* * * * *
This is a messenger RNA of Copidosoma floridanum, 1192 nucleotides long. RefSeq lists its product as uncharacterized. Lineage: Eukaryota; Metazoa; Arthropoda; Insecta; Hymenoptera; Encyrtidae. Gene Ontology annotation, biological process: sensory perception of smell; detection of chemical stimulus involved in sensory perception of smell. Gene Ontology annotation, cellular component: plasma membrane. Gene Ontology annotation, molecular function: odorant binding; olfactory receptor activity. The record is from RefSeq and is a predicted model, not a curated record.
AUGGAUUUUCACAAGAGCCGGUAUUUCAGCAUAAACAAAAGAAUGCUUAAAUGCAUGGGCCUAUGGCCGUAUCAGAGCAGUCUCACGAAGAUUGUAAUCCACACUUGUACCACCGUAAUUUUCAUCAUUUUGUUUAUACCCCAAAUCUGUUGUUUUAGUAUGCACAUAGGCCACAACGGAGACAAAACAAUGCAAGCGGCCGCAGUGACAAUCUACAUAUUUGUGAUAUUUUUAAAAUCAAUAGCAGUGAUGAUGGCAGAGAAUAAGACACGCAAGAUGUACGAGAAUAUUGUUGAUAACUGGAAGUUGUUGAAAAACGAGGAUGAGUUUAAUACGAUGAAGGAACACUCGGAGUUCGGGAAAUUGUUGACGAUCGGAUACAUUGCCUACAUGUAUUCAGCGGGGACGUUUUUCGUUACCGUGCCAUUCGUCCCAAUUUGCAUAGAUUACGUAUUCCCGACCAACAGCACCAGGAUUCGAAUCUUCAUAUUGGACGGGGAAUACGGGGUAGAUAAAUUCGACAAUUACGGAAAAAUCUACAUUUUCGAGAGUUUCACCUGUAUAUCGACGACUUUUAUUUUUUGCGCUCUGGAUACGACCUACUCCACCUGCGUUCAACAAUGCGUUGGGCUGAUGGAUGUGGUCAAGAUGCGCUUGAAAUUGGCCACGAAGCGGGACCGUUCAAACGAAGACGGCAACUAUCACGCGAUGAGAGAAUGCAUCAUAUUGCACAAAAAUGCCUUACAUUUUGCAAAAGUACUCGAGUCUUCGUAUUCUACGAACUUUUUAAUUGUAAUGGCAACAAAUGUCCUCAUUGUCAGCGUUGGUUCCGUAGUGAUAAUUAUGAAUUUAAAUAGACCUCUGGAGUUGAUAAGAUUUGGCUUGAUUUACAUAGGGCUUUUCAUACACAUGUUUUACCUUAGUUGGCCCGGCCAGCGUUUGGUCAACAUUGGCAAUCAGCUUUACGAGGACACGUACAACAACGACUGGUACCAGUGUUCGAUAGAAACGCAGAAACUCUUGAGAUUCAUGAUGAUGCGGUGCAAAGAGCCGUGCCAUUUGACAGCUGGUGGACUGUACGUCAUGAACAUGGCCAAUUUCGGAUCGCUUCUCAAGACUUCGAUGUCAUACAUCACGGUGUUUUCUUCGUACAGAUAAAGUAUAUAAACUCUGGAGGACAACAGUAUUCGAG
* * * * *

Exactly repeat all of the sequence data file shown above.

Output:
This is a messenger RNA of Copidosoma floridanum, 1192 nucleotides long. RefSeq lists its product as uncharacterized. Lineage: Eukaryota; Metazoa; Arthropoda; Insecta; Hymenoptera; Encyrtidae. Gene Ontology annotation, biological process: sensory perception of smell; detection of chemical stimulus involved in sensory perception of smell. Gene Ontology annotation, cellular component: plasma membrane. Gene Ontology annotation, molecular function: odorant binding; olfactory receptor activity. The record is from RefSeq and is a predicted model, not a curated record.
AUGGAUUUUCACAAGAGCCGGUAUUUCAGCAUAAACAAAAGAAUGCUUAAAUGCAUGGGCCUAUGGCCGUAUCAGAGCAGUCUCACGAAGAUUGUAAUCCACACUUGUACCACCGUAAUUUUCAUCAUUUUGUUUAUACCCCAAAUCUGUUGUUUUAGUAUGCACAUAGGCCACAACGGAGACAAAACAAUGCAAGCGGCCGCAGUGACAAUCUACAUAUUUGUGAUAUUUUUAAAAUCAAUAGCAGUGAUGAUGGCAGAGAAUAAGACACGCAAGAUGUACGAGAAUAUUGUUGAUAACUGGAAGUUGUUGAAAAACGAGGAUGAGUUUAAUACGAUGAAGGAACACUCGGAGUUCGGGAAAUUGUUGACGAUCGGAUACAUUGCCUACAUGUAUUCAGCGGGGACGUUUUUCGUUACCGUGCCAUUCGUCCCAAUUUGCAUAGAUUACGUAUUCCCGACCAACAGCACCAGGAUUCGAAUCUUCAUAUUGGACGGGGAAUACGGGGUAGAUAAAUUCGACAAUUACGGAAAAAUCUACAUUUUCGAGAGUUUCACCUGUAUAUCGACGACUUUUAUUUUUUGCGCUCUGGAUACGACCUACUCCACCUGCGUUCAACAAUGCGUUGGGCUGAUGGAUGUGGUCAAGAUGCGCUUGAAAUUGGCCACGAAGCGGGACCGUUCAAACGAAGACGGCAACUAUCACGCGAUGAGAGAAUGCAUCAUAUUGCACAAAAAUGCCUUACAUUUUGCAAAAGUACUCGAGUCUUCGUAUUCUACGAACUUUUUAAUUGUAAUGGCAACAAAUGUCCUCAUUGUCAGCGUUGGUUCCGUAGUGAUAAUUAUGAAUUUAAAUAGACCUCUGGAGUUGAUAAGAUUUGGCUUGAUUUACAUAGGGCUUUUCAUACACAUGUUUUACCUUAGUUGGCCCGGCCAGCGUUUGGUCAACAUUGGCAAUCAGCUUUACGAGGACACGUACAACAACGACUGGUACCAGUGUUCGAUAGAAACGCAGAAACUCUUGAGAUUCAUGAUGAUGCGGUGCAAAGAGCCGUGCCAUUUGACAGCUGGUGGACUGUACGUCAUGAACAUGGCCAAUUUCGGAUCGCUUCUCAAGACUUCGAUGUCAUACAUCACGGUGUUUUCUUCGUACAGAUAAAGUAUAUAAACUCUGGAGGACAACAGUAUUCGAG